tumult at the Dragon? Why the agoncause the sudden and overwhelming ising cry of first inn? Why is cake and jelly pushed in at the window? Why are four eyeless, footless, legless horses, rapidly circumscribed by breeching and bearing-reins? Why are you whisked off, amid the smiles of sallow waiters, before the landlord has had time to communicate to you the sad state of turnips in the neighbourhood? Look down the main street, and you will benow a little to the right, as you proceed hold the sign of the Star and Garter. Make your bow to the landlord, for to him you are indebted for the gratification of your wishes, and the activity of your movements. His waiters are as sallow, his vertebræ are as flexible-his first turns as prompt and decisive. Woe to the Dragon if he slumbers and sleeps! Woe to the Star if it does not glitter! Each publican keeps the other in a state of vigilant civility; and the traveller rolls along to his journey's end, lolling on the cushion of competition! Why not therefore extend the benefit of this principle to the poor villager or the needy traveller-which produces so many comforts to the landed and substantial Justice?

"There are two alehouses in the village, the Red Horse and the Dun Cow. Is it common sense to suppose that these two publicans are not desirous of gaining customers from each other?-and that the means they take are not precisely the same as those of important inns,-by procuring good articles, and retailing them with civility and attention? We really do not mean to accuse English Magistrates of ill nature, for in general there is a good deal of kindness and consideration among them; but they do not drink ale, and are apt to forget the importance of ale to the common people. When wine-drinkers regulate the liquor and comfort of ale-drinkers, it is much

SO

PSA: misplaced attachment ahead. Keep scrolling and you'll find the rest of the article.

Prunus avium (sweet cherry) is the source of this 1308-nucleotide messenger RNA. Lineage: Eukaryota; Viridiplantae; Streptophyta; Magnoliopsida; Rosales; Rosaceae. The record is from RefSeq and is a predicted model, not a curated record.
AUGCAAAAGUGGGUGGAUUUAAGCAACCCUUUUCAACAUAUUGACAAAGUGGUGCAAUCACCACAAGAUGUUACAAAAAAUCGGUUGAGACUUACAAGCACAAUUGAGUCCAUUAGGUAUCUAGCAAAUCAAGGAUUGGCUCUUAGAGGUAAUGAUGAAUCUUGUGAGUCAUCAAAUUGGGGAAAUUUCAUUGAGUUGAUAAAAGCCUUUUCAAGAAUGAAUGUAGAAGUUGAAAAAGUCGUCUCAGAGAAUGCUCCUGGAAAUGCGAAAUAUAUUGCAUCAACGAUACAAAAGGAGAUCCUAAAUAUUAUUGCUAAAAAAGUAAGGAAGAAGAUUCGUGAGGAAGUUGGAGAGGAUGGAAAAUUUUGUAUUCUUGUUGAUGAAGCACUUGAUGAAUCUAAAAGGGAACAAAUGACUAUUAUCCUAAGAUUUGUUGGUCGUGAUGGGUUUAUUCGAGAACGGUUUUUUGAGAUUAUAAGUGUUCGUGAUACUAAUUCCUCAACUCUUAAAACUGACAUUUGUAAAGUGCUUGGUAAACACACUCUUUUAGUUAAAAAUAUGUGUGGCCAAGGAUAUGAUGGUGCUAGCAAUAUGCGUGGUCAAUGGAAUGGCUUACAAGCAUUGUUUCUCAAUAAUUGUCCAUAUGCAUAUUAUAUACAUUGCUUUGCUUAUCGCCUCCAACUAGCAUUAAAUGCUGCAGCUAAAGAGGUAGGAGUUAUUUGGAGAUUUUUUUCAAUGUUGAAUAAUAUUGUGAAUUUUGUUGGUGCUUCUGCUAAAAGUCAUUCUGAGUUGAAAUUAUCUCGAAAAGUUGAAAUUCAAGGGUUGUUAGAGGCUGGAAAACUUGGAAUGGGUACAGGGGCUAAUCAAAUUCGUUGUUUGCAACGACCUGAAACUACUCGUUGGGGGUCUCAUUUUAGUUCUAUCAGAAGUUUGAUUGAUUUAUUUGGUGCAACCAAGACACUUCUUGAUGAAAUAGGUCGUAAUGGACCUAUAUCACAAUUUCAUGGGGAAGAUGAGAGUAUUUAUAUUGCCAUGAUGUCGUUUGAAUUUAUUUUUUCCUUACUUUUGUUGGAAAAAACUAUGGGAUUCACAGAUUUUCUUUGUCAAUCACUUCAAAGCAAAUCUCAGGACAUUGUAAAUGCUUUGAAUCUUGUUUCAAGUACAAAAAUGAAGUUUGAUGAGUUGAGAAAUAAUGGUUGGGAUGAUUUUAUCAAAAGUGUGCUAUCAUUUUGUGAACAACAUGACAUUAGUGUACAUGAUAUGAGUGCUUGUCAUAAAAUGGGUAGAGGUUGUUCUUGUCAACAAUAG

than many people suppose between the conviviality of the lower orders of the present age and that of the higher in the preceding. Both are ruled and promoted by social superstitions and despotic customs. Holidays, anniversaries, comings of age, births, deaths, and marriages seized upon the aristocracy, and compelled them, under penalty of loss of caste and denunciation of meanness, to empty their purses and destroy their constitutions. The funeral feast in the Bride of Lammermoor is a fair specimen of such calamities. The working-man of the present day is under the same cial despotism. There is the begining or the end of an apprenticeship the reception into a guild or club-the beginning or the completion of some important job. The multifarious occasions on which, from such causes as these, the penalty of a debauch is levied on the working-man, are well described in Mr Dunlop's curious little book on drinking customs. There, too, that pride of hospitality which made the decayed gentleman pour forth the life-blood of his remaining fortunes in claret, ere he would confess his inability to entertain his friends according to the old usage of his house, is but too well exemplified in the artisan's disposition to count all surplus wages a drinking-fund for the use of his fellowworkmen. There is a kind of sensual disinterestedness in the use thus made of the funds which should accumulate in the savings' bank, to be laid out in a well-ordered house; and hence arises the unfortunate peculiarity so frequently noticed, that great wages do not improve the condition of working-men, but rather deteriorate them, by putting at their command an enhanced drinking-fund. Well, the more we see of similarity between the departed malpractices of the rich, and the existing malpractices of the poor, the more thoroughly are we convinced that the latter will be amended, if the right method of amendment be taken, and the issue patiently awaited. Of one thing we are satisfied-that the amendment will not be achieved by force. We lay it down as an axiom, that if a man desires liquor, and has money